Valentine’s Day looks a little bit different for singles this year Sunday, Feb 14 2021 

By Riley Vance–

As the first Valentine’s Day of the pandemic approaches, many single students may feel relief that they won’t be the only ones at home by themselves this year. 

For some, Valentine’s Day is full of chocolate, flowers, and cards from their loved ones. For others, it’s a dreadful day that comes once a year and couldn’t pass by faster. 

The anxiety or fear of missing out (FOMO) on fun events is a real phenomenon that most people have probably experienced from time to time—especially college students. 

Lalin Anik, assistant professor of business administration at the University of Virginia, analyzed the ways in which FOMO has continued through the pandemic.

“We wanted to see what might happen to FOMO during this time of COVID-19, when people are stuck at home, largely unable to travel, attend large gatherings or do many of the things we would normally do for fun.

“FOMO in the pandemic stems from the difficulty of catching up with all of the things being offered online, far more than we can be a part of or watch all at once,” said Anik.

In the pandemic, this means missing out on social gatherings via Zoom, conversations over social media or other online activities that might only be available for a short time.

This feeling of missing out can definitely be stronger on Valentine’s Day if you’re sitting at home binge-watching rom-coms like a hopeless romantic while simultaneously scrolling past couples posting pictures of their significant others sitting across the table from them at a fancy restaurant.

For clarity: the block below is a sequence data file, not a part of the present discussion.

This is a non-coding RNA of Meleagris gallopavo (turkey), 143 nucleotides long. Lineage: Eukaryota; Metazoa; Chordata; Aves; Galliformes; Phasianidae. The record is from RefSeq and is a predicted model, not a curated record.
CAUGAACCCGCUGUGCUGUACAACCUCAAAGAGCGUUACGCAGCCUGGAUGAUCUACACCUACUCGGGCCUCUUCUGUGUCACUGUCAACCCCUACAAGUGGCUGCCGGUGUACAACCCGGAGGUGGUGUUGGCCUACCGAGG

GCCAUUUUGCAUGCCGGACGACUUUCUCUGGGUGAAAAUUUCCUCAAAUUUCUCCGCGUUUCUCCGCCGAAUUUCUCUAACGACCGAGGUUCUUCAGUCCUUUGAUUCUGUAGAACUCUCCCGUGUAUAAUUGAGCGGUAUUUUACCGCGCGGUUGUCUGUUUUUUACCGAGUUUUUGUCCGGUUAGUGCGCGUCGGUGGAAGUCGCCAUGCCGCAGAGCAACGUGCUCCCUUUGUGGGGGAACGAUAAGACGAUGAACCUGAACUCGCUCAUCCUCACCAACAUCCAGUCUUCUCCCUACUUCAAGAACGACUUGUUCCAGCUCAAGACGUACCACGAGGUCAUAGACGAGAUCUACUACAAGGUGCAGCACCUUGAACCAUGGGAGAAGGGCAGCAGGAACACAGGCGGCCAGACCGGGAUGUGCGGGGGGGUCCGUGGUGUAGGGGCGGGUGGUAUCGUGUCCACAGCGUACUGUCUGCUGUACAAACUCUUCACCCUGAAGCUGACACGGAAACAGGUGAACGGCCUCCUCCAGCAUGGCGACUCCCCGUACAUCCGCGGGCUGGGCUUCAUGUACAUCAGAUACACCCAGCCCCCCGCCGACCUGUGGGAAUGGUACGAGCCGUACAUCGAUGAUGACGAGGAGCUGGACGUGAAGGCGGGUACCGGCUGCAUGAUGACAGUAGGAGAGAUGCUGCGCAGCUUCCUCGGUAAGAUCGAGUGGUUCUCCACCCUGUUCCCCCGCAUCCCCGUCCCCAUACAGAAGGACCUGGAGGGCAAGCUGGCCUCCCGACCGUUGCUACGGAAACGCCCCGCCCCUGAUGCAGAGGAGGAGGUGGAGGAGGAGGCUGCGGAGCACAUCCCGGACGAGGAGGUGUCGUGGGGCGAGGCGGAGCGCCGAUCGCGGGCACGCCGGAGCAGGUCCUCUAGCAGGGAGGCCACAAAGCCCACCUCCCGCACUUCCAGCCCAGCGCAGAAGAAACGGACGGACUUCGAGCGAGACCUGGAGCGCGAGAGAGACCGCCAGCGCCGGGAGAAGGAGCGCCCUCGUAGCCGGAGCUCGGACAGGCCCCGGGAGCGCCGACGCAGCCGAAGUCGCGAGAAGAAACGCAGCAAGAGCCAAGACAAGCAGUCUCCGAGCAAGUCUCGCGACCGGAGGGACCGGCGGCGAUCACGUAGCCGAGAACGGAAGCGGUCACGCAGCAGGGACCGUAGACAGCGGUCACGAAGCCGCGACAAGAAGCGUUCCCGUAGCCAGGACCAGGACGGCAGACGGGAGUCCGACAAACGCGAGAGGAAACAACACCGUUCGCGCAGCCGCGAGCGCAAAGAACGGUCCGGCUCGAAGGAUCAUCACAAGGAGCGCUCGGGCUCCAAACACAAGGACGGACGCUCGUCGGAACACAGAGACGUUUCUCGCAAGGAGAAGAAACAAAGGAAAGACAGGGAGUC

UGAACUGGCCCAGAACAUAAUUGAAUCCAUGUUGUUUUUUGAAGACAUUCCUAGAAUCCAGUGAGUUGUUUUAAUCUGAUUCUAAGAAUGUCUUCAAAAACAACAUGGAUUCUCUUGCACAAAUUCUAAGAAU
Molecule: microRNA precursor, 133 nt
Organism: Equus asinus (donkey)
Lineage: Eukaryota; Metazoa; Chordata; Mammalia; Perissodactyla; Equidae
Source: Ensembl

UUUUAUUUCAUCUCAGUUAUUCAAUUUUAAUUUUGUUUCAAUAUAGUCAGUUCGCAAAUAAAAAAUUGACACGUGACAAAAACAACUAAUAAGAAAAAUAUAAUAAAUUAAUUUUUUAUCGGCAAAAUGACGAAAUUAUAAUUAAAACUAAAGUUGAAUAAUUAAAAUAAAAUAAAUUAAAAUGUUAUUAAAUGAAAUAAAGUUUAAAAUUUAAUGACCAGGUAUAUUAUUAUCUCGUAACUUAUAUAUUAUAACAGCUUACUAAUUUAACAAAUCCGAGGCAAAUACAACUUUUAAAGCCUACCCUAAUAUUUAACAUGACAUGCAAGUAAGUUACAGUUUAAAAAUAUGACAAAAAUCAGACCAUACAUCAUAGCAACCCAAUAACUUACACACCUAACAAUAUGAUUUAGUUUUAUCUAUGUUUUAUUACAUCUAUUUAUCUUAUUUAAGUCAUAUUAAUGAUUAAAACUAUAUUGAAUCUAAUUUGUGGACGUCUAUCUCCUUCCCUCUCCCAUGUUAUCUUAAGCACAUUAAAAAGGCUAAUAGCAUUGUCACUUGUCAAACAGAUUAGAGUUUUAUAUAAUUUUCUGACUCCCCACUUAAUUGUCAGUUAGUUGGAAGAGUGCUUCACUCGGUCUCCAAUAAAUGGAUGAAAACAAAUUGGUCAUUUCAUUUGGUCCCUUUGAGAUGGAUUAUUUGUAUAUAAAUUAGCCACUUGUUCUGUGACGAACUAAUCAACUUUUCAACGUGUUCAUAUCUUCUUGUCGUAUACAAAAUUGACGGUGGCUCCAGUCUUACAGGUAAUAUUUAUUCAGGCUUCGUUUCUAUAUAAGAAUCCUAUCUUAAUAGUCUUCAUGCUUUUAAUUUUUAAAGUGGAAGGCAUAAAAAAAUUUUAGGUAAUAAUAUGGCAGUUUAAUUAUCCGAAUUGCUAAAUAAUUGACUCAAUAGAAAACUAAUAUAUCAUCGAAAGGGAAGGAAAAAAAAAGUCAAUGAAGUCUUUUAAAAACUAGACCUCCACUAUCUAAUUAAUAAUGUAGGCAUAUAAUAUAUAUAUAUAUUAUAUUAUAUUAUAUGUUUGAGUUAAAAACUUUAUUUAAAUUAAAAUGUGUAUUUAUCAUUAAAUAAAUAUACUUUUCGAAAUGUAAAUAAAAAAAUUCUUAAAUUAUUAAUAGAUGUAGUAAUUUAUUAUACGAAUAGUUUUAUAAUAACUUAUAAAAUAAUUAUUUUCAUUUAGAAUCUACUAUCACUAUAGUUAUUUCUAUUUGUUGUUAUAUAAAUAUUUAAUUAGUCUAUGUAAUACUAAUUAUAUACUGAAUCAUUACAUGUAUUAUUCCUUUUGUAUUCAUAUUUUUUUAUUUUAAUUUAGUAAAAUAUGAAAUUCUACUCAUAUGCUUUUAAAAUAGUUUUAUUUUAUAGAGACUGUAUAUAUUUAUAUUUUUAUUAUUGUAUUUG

This year, however, is a completely different scenario. 

Yes, there will still be a million Boomerangs of people clinking their glasses of wine or champagne together to celebrate their everlasting love for each other. 

There will also be a number of people laying low this year as well, which some people may find comfort in. 

Abby Ebersold, a senior communications major, is spending her night doing just that. 

“I’m just spending my Valentine’s Day at home with my roommates. We’re going to watch movies, make dinner, and bake a fun dessert. There’s definitely no shame in having a low-key Valentine’s Day especially during the pandemic,” said Ebersold.

We all fall prey to blaming the pandemic for being lazy, unproductive, or anti-social. Now, you can blame the pandemic for spending your Valentine’s Day by yourself. You don’t even have to feel bad about it, because you’re technically doing what you’re supposed to be doing. You’re kind of saving lives.

So, this year for Valentine’s Day, order takeout from your favorite restaurant, watch your favorite movies, buy yourself some chocolate and flowers, and have an awesome night in by yourself. Take pride in knowing that you’re not contributing to the widespread transmission of the coronavirus.

Graphic by Alexis Simon // The Louisville Cardinal

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Get creative this Valentine’s Day with COVID friendly date ideas Friday, Feb 12 2021 

By Grace Welsh —